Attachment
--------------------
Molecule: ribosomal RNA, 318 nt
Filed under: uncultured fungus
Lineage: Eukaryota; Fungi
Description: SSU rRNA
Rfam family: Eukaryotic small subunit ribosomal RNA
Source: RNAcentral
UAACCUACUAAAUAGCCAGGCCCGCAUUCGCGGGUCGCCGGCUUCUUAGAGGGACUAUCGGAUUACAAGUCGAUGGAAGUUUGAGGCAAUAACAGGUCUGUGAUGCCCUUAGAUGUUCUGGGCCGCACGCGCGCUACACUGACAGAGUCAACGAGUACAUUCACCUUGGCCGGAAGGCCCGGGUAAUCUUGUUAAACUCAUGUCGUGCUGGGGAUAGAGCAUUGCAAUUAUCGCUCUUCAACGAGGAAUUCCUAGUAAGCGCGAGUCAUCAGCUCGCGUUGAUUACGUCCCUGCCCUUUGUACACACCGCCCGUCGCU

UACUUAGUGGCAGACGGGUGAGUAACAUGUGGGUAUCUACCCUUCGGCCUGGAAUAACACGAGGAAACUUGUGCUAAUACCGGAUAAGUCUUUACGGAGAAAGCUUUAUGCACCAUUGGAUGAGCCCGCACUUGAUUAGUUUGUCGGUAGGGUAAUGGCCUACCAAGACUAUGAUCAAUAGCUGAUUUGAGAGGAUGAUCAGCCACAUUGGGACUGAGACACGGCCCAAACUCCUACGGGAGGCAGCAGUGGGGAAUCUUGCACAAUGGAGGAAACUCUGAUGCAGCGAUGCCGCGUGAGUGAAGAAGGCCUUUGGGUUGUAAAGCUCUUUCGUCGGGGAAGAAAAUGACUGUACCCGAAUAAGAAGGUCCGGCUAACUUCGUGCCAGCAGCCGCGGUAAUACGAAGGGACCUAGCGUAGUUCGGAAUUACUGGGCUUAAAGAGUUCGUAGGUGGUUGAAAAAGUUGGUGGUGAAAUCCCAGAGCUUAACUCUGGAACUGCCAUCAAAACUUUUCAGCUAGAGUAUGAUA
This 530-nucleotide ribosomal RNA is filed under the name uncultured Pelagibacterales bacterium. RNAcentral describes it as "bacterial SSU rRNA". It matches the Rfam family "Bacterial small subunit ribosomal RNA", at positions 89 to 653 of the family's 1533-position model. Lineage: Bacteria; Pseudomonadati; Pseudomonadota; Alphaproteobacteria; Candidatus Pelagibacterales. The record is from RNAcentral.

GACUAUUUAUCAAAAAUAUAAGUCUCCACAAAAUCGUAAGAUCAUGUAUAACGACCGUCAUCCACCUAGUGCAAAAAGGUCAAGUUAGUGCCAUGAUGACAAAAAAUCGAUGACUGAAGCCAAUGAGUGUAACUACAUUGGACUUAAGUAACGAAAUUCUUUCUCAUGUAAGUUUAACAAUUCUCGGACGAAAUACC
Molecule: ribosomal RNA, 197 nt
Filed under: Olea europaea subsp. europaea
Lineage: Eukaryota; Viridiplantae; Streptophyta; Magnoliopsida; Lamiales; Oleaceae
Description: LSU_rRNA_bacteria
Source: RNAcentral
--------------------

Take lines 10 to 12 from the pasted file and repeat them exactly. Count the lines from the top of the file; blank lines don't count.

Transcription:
GACUAUUUAUCAAAAAUAUAAGUCUCCACAAAAUCGUAAGAUCAUGUAUAACGACCGUCAUCCACCUAGUGCAAAAAGGUCAAGUUAGUGCCAUGAUGACAAAAAAUCGAUGACUGAAGCCAAUGAGUGUAACUACAUUGGACUUAAGUAACGAAAUUCUUUCUCAUGUAAGUUUAACAAUUCUCGGACGAAAUACC
Molecule: ribosomal RNA, 197 nt
Filed under: Olea europaea subsp. europaea